JAMES:          But you say it’s not the true employer?

ANDREW:       That’s right. In Australia, we don’t have a concept of joint employment or co-employment. There’s only one employer in any employment relationship.  So, we can understand the employer-of-record as being just the nominee “on the record” for the true employer.

JAMES:          How do you tell the difference between the employer of record and the true employer?

ANDREW:       You look at the totality of the legal rights and obligations that exist between the parties. Whilst your contract (if you’ve got one) will usually be the primary focus of your inquiry, the New South Wales Supreme Court recently said, in March this year, that you don’t necessarily confine yourself to a consideration of the terms of the contract – even if it’s wholly in writing. The case was Spitfire Corporation v Aspirio.  It seems to be a different approach from the way the High Court has said you go about determining whether a work relationship is one of employment or whether it’s one of independent contracting.

JAMES:          You mentioned “payroll arrangements”.  I wonder if we could now turn to the situation where a labour hire firm is appointing a payroll services provider…

What could go wrong when a labour hire provider engages a payroll services provider to pay its employee on the condition that the payroll services provider “must employ the individual,”

ANDREW:       The first and obvious problem is that a contract that only says, “You must employ worker X” is not a contract that actually employs worker X. It’s only an agreement for you to do something. If you do employ worker X, then presumably there must be a contract somewhere that does that. And it would be that contract that’d be the chief guide in answering both the worker status question and the employer identity question.

JAMES:          …and the labour hire provider’s worker is required to sign the agreement acknowledging that they are to be employee of the payroll provider?

ANDREW:       If the worker is included merely to get signed up to various acknowledgements (such as of employment status or employer identity) then there’s the obvious problem that those acknowledgments might be nothing more than “labelling”. They may have little weight … except to the extent that they could evidence an attempt to avoid or to disguise aspects of the true work relationship.

And then because the worker’s obligations under such a contract (which we’ve already identified as not being the actual employment contract) are likely to be owed to the party that appoints the payroll services provider, rather than to the payroll provider itself, there’s a further risk that the obligations may be interpreted as signalling control by the appointing party (such as a labour-hire provider) that would be consistent with an employment relationship between the worker and the labour hire firm.

JAMES:          Wow! Well, in the same situation what could go wrong if the worker was operating through their own Incorporated Worker Entity as a nominated person?

ANDREW:       OK. So that type of contract contemplates that there would be four parties.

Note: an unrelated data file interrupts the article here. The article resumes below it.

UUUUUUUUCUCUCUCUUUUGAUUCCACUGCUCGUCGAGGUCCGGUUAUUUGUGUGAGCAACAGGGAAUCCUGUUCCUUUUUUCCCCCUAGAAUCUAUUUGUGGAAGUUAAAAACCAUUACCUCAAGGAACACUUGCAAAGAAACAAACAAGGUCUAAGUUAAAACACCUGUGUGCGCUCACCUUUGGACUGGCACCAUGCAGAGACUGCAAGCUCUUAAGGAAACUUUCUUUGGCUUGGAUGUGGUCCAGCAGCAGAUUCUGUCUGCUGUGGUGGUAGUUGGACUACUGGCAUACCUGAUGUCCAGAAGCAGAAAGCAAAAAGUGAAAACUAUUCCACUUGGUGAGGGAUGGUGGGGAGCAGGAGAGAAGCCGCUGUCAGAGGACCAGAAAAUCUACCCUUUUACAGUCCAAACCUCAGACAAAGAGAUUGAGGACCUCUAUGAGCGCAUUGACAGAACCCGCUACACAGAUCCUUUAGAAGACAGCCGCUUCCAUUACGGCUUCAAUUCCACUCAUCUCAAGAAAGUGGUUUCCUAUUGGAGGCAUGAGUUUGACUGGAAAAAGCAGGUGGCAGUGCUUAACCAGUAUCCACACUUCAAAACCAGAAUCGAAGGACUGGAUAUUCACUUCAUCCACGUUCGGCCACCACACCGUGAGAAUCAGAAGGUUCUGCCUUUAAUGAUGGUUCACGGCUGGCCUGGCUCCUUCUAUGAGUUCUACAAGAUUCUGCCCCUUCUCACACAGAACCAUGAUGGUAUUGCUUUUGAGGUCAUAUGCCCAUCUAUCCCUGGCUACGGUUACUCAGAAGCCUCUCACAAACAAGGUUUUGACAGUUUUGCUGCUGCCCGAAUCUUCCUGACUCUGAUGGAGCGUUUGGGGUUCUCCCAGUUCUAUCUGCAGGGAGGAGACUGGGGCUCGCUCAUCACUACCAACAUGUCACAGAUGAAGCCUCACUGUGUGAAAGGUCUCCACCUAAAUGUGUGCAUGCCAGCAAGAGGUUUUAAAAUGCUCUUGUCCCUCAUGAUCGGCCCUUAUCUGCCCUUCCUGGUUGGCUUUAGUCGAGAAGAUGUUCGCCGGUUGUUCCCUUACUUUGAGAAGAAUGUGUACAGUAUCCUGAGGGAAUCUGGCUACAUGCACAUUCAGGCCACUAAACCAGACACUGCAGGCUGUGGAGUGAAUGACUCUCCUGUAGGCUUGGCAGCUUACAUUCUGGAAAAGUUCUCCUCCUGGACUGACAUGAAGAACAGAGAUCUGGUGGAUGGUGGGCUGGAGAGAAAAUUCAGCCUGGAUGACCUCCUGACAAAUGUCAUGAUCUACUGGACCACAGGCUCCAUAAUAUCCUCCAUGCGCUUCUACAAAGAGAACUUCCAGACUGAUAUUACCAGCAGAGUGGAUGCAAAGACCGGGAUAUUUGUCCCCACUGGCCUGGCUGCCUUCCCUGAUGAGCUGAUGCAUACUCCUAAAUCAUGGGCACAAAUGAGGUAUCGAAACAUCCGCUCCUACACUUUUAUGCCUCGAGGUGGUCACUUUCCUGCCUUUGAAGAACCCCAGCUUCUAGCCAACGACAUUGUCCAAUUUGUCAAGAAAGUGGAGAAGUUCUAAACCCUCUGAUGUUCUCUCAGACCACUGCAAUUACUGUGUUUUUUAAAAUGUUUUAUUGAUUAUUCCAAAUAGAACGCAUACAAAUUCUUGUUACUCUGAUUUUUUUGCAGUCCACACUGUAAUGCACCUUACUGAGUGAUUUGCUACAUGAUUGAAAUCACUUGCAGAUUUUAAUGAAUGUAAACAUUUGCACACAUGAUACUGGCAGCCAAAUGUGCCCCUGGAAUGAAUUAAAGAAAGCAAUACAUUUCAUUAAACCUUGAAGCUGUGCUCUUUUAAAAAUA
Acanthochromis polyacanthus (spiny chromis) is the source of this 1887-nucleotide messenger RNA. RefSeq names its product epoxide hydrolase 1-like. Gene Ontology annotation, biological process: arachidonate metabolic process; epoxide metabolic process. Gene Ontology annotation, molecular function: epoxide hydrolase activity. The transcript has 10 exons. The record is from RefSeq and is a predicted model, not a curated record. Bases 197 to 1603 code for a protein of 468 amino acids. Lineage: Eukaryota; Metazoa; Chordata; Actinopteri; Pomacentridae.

1. the on-hire firm that appoints the payroll provider;
  2. the payroll provider itself;
  3. the Worker Entity; and
  4. the individual worker

Now what can go wrong … horribly wrong … is that a contract gets confused about who is doing what.

I’ve actually seen examples of contracts that confuse the payroll provider with the Worker Entity. The payroll provider supplies payroll and administration services, The Worker Entity provides the services that the on-hire firm’s client actually wants: like ITC services, project management services, engineering services, design services. That sort of thing.

The result can be an absurd arrangement by which the payroll provider apparently assumes the obligation to supply the services that the Worker Entity or the worker should provide.

Once you’ve got those sorts of problems, you can no longer rely on the contract as any sort of reliable guide to questions about who is the employer, or whether the work relationship is one of employment or independent contracting. And serious questions then arise about its enforceability.

JAMES:          Well, that’s all the questions we have so far.

ANDREW:       James, thank you for fielding those questions for us. I hope the answers have helped to clear up some of the confusion around this topic. If they have, be sure to drop us a line, and don’t forget to head across to the Australian & New Zealand Labour Hire Licensing & Regulation LinkedIn Group, where we can continue the conversation.

I’m Andrew Wood

Let’s talk again soon!

Employer of Record Arrangements: Not the panacea you were hoping for?

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Recently, I was asked to comment on how an employer-of-record (EoR) arrangement might affect an on-hire firm’s employment and labour hire licensing responsibilities. It seems that there’s a bit of a view circulating to the effect that, if you put in place one of these EoR arrangements with a payroll company, you can avoid both sets of responsibilities. Frankly, I doubt that you can.